To sum up: Rich, who was part of the rush to bomb Iraq now says that not bombing Iran will be bad for Hillary, and when she's savaged for having an ambitious vajayjay by the likes of MoDo she's not allowed to point that out.  I'm not supporting her during primary season, but this is pretty fucking ridiculous tripe, even for the Grey Vajayjay's Vaunted Bullshit Artists.

ntodd

November 4, 2007
Op-Ed Columnist
Noun + Verb + 9/11 + Iran = Democrats’ Defeat?
By FRANK RICH

WHEN President Bush started making noises about World War III, he only confirmed what has been a Democratic article of faith all year: Between now and Election Day he and Dick Cheney, cheered on by the mob of neocon dead-enders, are going to bomb Iran.

But what happens if President Bush does not bomb Iran? That is good news for the world, but potentially terrible news for the Democrats. If we do go to war in Iran, the election will indeed be a referendum on the results, which the Republican Party will own no matter whom it nominates for president. But if we don’t, the Democratic standard-bearer will have to take a clear stand on the defining issue of the race. As we saw once again at Tuesday night’s debate, the front-runner, Hillary Clinton, does not have one.

The reason so many Democrats believe war with Iran is inevitable, of course, is that the administration is so flagrantly rerunning the sales campaign that gave us Iraq. The same old scare tactic — a Middle East Hitler plotting a nuclear holocaust — has been recycled with a fresh arsenal of hyped, loosey-goosey intelligence and outright falsehoods that are sometimes regurgitated without corroboration by the press.

Mr. Bush has gone so far as to accuse Iran of shipping arms to its Sunni antagonists in the Taliban, a stretch Newsweek finally slapped down last week. Back in the reality-based community, it is Mr. Bush who has most conspicuously enabled the Taliban’s resurgence by dropping the ball as it regrouped in Afghanistan and Pakistan. Administration policy also opened the door to Iran’s lethal involvement in Iraq. The Iraqi “unity government” that our troops are dying to prop up has more allies in its Shiite counterpart in Tehran than it does in Washington.

Yet 2002 history may not literally repeat itself. Mr. Cheney doesn’t necessarily rule in the post-Rumsfeld second Bush term. There are saner military minds afoot now: the defense secretary Robert Gates, the Joint Chiefs chairman Mike Mullen, the Central Command chief William Fallon. They know that a clean, surgical military strike at Iran could precipitate even more blowback than our “cakewalk” in Iraq. The Economist tallied up the risks of a potential Shock and Awe II this summer: “Iran could fire hundreds of missiles at Israel, attack American forces in Iraq and Afghanistan, organize terrorist attacks in the West or choke off tanker traffic through the Strait of Hormuz, the world’s oil windpipe.”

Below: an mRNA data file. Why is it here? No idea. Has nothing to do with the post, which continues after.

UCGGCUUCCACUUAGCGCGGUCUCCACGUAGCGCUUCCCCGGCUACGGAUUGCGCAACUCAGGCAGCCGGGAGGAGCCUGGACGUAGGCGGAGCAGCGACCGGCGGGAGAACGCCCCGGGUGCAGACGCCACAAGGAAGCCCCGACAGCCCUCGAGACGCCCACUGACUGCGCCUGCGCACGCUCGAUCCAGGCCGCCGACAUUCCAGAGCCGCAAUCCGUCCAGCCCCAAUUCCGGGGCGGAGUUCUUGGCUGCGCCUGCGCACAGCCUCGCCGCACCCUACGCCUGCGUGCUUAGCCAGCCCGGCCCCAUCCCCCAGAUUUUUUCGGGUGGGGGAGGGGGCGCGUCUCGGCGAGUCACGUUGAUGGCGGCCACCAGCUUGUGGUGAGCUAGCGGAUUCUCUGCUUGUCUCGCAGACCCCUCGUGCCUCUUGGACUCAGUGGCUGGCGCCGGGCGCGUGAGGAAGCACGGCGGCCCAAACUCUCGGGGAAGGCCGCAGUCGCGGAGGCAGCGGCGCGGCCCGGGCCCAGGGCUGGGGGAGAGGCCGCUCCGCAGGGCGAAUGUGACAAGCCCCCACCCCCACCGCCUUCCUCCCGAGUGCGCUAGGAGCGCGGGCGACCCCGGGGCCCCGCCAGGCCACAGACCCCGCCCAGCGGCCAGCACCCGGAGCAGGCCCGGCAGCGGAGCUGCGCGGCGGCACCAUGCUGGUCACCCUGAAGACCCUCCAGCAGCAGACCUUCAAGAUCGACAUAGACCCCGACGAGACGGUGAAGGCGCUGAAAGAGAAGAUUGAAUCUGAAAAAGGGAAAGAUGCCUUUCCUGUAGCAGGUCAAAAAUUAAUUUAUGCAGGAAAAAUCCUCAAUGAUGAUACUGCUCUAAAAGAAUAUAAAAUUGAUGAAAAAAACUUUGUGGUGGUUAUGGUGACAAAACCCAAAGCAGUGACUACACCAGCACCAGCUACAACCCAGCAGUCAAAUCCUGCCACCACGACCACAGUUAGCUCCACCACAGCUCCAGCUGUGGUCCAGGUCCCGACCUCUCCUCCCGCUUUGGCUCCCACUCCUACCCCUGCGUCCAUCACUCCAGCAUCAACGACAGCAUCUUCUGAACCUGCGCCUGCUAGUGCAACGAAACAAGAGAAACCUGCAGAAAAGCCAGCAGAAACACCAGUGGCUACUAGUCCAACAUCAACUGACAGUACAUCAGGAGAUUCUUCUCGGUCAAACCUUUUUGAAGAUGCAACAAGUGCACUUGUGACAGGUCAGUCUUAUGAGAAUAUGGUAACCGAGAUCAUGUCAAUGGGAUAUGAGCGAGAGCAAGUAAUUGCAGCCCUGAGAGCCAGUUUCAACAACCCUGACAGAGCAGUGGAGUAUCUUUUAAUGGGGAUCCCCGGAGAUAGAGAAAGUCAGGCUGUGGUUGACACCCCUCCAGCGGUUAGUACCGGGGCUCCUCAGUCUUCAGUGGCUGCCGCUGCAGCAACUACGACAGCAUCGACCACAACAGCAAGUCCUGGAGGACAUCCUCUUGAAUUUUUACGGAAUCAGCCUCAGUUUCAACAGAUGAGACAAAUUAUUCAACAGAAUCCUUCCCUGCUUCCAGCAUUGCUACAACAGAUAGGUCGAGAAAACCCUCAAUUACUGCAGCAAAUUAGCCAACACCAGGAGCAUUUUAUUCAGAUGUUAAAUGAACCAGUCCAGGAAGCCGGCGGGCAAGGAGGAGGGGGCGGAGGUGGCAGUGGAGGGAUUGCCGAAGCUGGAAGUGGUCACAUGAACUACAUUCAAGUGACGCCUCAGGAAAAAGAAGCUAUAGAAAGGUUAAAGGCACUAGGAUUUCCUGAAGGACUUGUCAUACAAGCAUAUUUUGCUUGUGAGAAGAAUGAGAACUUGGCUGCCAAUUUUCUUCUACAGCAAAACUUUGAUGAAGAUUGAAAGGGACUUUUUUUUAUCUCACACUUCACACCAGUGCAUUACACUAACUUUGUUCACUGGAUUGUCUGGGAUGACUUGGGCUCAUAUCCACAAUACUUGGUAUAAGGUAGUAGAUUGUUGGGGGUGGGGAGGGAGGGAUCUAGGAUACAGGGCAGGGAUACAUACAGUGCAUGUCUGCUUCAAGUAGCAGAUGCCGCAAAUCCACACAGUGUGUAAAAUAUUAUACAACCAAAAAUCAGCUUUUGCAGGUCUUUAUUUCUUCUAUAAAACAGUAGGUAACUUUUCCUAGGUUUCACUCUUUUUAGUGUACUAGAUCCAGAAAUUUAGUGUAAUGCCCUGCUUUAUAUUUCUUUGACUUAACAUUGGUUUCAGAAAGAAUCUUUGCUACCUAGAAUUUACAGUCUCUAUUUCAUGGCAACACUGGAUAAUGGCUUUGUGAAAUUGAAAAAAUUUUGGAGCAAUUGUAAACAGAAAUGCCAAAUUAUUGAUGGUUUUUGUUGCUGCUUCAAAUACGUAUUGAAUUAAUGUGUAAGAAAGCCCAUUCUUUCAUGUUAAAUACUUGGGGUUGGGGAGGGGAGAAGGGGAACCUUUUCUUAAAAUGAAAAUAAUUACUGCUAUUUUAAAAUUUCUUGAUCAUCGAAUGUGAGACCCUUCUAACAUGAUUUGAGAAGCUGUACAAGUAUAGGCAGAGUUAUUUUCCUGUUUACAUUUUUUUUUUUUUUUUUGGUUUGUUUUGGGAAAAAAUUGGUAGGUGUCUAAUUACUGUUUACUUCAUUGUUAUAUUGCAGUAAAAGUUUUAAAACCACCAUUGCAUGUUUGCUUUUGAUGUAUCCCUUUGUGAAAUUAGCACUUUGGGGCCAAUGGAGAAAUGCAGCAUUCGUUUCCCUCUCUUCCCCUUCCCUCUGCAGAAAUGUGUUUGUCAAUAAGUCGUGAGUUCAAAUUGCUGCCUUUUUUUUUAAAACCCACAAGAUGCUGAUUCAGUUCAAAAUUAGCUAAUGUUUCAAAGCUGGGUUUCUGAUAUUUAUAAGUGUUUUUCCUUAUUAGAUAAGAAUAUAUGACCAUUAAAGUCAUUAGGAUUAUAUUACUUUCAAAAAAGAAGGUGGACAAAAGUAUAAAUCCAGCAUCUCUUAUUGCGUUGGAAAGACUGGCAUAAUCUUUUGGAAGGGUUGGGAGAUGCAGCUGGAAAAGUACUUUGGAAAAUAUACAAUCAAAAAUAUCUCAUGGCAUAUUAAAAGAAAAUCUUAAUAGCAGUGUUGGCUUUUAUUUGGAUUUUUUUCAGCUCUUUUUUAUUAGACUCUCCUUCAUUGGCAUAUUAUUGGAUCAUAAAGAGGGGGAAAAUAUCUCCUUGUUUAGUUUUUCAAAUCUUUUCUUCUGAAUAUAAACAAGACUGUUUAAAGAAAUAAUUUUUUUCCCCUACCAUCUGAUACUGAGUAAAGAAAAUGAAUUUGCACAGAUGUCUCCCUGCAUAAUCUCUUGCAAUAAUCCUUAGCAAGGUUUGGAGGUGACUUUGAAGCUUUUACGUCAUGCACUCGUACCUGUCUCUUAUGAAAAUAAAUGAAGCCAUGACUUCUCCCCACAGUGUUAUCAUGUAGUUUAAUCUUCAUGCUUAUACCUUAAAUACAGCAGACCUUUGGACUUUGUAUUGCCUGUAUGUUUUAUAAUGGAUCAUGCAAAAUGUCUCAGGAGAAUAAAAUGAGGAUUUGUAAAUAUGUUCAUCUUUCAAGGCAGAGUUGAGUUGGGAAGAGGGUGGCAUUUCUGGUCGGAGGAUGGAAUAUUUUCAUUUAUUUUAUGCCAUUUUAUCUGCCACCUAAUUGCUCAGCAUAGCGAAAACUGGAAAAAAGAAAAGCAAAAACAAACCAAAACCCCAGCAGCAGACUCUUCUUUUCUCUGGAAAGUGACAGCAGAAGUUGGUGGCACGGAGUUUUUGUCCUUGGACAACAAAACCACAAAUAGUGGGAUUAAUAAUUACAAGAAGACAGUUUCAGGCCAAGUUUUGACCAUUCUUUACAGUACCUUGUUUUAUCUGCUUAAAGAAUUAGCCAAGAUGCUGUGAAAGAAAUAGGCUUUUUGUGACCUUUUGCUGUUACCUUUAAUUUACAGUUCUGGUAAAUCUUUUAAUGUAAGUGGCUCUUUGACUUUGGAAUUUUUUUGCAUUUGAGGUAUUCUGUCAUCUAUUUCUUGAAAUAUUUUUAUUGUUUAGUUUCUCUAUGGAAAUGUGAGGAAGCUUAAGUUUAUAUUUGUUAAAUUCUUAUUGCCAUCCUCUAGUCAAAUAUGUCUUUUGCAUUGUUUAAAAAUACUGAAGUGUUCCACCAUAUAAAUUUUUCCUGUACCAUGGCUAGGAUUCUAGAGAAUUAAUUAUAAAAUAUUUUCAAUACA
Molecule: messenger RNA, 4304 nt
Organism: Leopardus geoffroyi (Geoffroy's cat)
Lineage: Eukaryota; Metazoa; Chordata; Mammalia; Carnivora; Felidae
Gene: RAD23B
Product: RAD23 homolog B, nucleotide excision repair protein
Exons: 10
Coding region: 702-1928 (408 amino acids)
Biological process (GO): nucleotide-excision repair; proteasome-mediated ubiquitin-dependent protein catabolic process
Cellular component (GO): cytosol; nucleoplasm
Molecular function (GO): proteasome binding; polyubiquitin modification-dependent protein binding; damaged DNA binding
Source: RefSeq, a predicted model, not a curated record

Then there’s the really bad news. Much as Iraq distracted America from the war against Al Qaeda, so a strike on Iran could ignite Pakistan, Al Qaeda’s thriving base and the actual central front of the war on terror. As Joe Biden said Tuesday night, if we attack Iran to stop it from obtaining a few kilograms of highly enriched uranium, we risk facilitating the fall of the teetering Musharraf government and the unleashing of Pakistan’s already good-to-go nuclear arsenal on Israel and India.

A full-scale regional war, chaos in the oil market, an overstretched American military pushed past the brink — all to take down a little thug like Ahmadinejad (who isn’t even Iran’s primary leader) and a state, however truculent, whose defense budget is less than 1 percent of America’s? Call me a Pollyanna, but I don’t think even the Bush administration can be this crazy.

Yet there is nonetheless a method to all the mad threats of war coming out of the White House. While the saber- rattling is reckless as foreign policy, it’s a proven winner as election-year Republican campaign strategy. The real point may be less to intimidate Iranians than to frighten Americans. Fear, the only remaining card this administration still knows how to play, may once more give a seemingly spent G.O.P. a crack at the White House in 2008.

Whatever happens in or to Iran, the American public will be carpet-bombed by apocalyptic propaganda for the 12 months to come. Mr. Bush has nothing to lose by once again using the specter of war to pillory the Democrats as soft on national security. The question for the Democrats is whether they’ll walk once more into this trap.

You’d think the same tired tactics wouldn’t work again after Iraq, a debacle now soundly rejected by a lopsided majority of voters. But even a lame-duck president can effectively wield the power of the bully pulpit. From Mr. Bush’s surge speech in January to Gen. David Petraeus’s Congressional testimony in September, the pivot toward Iran has been relentless.